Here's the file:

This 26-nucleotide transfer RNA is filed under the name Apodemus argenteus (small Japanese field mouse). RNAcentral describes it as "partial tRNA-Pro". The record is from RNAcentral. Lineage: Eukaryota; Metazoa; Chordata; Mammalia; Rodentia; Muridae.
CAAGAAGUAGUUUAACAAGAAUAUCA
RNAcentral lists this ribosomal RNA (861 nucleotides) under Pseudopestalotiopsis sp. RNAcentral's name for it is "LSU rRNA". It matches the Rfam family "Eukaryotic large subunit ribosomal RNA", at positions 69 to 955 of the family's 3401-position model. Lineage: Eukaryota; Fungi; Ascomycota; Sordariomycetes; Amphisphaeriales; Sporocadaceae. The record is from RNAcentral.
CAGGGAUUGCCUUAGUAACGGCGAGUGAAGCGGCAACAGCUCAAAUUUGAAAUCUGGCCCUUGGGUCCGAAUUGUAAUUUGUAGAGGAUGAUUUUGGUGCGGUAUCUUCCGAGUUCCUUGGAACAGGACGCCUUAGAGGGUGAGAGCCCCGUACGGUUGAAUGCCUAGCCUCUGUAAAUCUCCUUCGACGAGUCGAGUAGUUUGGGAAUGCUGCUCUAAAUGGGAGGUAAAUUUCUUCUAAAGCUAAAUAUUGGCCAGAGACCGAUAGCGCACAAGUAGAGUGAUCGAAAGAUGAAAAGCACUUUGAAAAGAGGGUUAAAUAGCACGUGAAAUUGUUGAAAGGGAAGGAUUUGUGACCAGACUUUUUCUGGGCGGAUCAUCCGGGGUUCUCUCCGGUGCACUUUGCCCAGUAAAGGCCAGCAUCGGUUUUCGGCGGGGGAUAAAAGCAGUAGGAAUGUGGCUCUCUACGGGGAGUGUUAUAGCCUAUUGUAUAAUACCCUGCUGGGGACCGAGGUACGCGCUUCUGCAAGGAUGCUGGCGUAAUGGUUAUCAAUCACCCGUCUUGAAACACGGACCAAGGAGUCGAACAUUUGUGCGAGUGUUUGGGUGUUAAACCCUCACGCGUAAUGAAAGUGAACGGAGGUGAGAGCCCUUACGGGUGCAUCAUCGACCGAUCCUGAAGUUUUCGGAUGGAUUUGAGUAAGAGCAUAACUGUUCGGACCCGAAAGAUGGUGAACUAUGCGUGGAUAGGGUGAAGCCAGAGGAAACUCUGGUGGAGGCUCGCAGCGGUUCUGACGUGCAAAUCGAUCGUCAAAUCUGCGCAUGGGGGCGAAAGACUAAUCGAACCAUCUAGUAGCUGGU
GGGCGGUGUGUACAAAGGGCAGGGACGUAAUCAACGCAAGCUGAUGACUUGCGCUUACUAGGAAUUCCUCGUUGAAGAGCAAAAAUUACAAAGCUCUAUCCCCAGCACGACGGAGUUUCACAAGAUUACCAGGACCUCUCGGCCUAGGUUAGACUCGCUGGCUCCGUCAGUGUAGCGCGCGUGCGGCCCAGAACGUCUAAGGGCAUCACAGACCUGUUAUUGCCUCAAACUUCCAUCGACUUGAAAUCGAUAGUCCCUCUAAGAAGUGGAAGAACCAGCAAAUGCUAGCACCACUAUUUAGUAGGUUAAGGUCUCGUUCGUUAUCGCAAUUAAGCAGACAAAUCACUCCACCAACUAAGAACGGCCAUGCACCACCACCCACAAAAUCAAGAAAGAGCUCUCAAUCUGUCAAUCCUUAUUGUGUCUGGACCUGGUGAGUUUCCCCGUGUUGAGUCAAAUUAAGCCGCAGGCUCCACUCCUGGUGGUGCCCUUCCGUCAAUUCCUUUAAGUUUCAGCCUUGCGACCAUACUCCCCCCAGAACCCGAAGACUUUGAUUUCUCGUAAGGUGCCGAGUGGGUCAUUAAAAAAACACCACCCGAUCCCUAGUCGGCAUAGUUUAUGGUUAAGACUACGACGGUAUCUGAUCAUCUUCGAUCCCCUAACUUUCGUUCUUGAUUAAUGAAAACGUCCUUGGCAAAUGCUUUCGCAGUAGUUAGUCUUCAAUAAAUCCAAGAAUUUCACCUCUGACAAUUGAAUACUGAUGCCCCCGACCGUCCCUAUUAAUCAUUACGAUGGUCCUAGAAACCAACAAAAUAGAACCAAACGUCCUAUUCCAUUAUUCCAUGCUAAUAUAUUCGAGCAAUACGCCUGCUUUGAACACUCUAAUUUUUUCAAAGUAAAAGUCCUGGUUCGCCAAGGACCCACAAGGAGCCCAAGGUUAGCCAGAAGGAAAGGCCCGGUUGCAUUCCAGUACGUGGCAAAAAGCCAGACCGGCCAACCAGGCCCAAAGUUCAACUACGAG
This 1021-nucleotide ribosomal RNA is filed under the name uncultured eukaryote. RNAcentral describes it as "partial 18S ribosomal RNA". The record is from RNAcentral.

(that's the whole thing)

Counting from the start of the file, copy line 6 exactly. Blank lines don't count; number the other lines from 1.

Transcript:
This 1021-nucleotide ribosomal RNA is filed under the name uncultured eukaryote. RNAcentral describes it as "partial 18S ribosomal RNA". The record is from RNAcentral.